The stigma around justice-involved girls can also turn the community into a force for harm. Nafula Wafula of the Commonwealth Youth Council spoke about how girls sent to remand homes return to their communities with little more than a certificate indicating disciplinary issues. “There’s a lot of abuse from the community, and many times, their families are not well-equipped to be able to take them back,” Wafula said. These girls are “going back to the same communities and the same systems and structures that put them in these scenarios or situations in the first place. Therefore, it ends up becoming a cycle.” Sometimes, girl offenders are turned away from schools when they try to reenter the education system.

The Scotland’s Children’s Hearings manual, published in June 2021. Image credit: Children’s Hearings Scotland

Wafula shared the positive example of the Kamae Borstal institution, where girl offenders form their own support groups to discuss problems they face and develop skills to aid in reintegration. “By strengthening support for grassroots or community-based organizations that work with girls, we create systems where community-based approaches that work can be taken and replicated.”

Dr. Jiang Jihai, Director of Juvenile Offender Office of Research Office of the Supreme People’s Court spoke about the value of support services to juvenile offenders: “I think it’s proper for the courts to provide the necessary advisors to relevant government agencies or departments to improve the whole of society, a whole of government/governance approach.” He explained that government agencies may place minor offenders in special correctional schools providing moral, legal, and mental health services, along with vocational training, calling such measures “natural extensions of juvenile justice work.”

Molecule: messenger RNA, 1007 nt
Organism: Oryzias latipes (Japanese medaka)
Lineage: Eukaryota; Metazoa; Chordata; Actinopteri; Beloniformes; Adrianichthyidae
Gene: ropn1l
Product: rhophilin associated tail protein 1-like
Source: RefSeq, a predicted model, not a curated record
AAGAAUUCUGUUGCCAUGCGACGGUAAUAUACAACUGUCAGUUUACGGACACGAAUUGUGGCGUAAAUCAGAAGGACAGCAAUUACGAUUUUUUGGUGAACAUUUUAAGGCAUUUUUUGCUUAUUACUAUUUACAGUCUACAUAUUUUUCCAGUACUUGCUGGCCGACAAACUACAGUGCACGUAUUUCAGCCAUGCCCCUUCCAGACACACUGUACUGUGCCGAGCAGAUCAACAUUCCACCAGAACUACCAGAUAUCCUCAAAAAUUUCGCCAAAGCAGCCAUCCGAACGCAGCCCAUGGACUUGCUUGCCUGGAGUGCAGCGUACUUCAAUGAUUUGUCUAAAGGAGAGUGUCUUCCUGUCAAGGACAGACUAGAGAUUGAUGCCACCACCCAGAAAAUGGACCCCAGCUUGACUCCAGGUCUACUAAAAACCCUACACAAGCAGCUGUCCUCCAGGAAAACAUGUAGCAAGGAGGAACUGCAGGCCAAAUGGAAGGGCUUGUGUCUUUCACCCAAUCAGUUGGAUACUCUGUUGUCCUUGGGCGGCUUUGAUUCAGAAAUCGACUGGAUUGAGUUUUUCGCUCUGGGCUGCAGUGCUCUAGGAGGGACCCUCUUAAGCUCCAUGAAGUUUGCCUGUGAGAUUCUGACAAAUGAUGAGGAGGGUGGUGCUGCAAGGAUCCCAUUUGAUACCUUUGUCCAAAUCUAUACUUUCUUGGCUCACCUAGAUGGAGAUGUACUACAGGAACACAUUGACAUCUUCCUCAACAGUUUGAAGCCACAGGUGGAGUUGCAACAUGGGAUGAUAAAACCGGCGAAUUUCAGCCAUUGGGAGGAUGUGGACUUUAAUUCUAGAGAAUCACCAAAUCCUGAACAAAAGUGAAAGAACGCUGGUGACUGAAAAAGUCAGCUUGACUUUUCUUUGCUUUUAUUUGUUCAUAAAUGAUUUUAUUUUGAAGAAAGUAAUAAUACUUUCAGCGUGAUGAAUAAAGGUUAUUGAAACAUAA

Community-based solutions are increasingly seen as alternatives to costly, harmful systems of detention that leech resources and morale from local communities. Social worker Michelle De Young echoed the need to not just re-think our justice system but also how we engage the community: “I think a big thing that we can all do is to educate ourselves. There’s such an opportunity and wealth of knowledge from people that know what they’re talking about. Get involved in your local community, talk to people, see how you can help, and really engage in dialogue. There’s power in dialogue.”

To learn more about the panelists, watch their individual webinars and read a full list of recommendations visit


Featured: Human Rights Journal, July 26, 2021: China: All State Security Judgments Purged from Supreme Court Site

A search for “inciting subversion of state power” yields no results as of July 23, 2021. Image credit: CJO

In a blow to judicial transparency, all judgments and judicial decisions for endangering state security (ESS) cases, including those for sentence reduction, have been purged from the Supreme People’s Court (SPC) online judgment website China Judgements Online (CJO, 中国裁判文书网).

Read more here.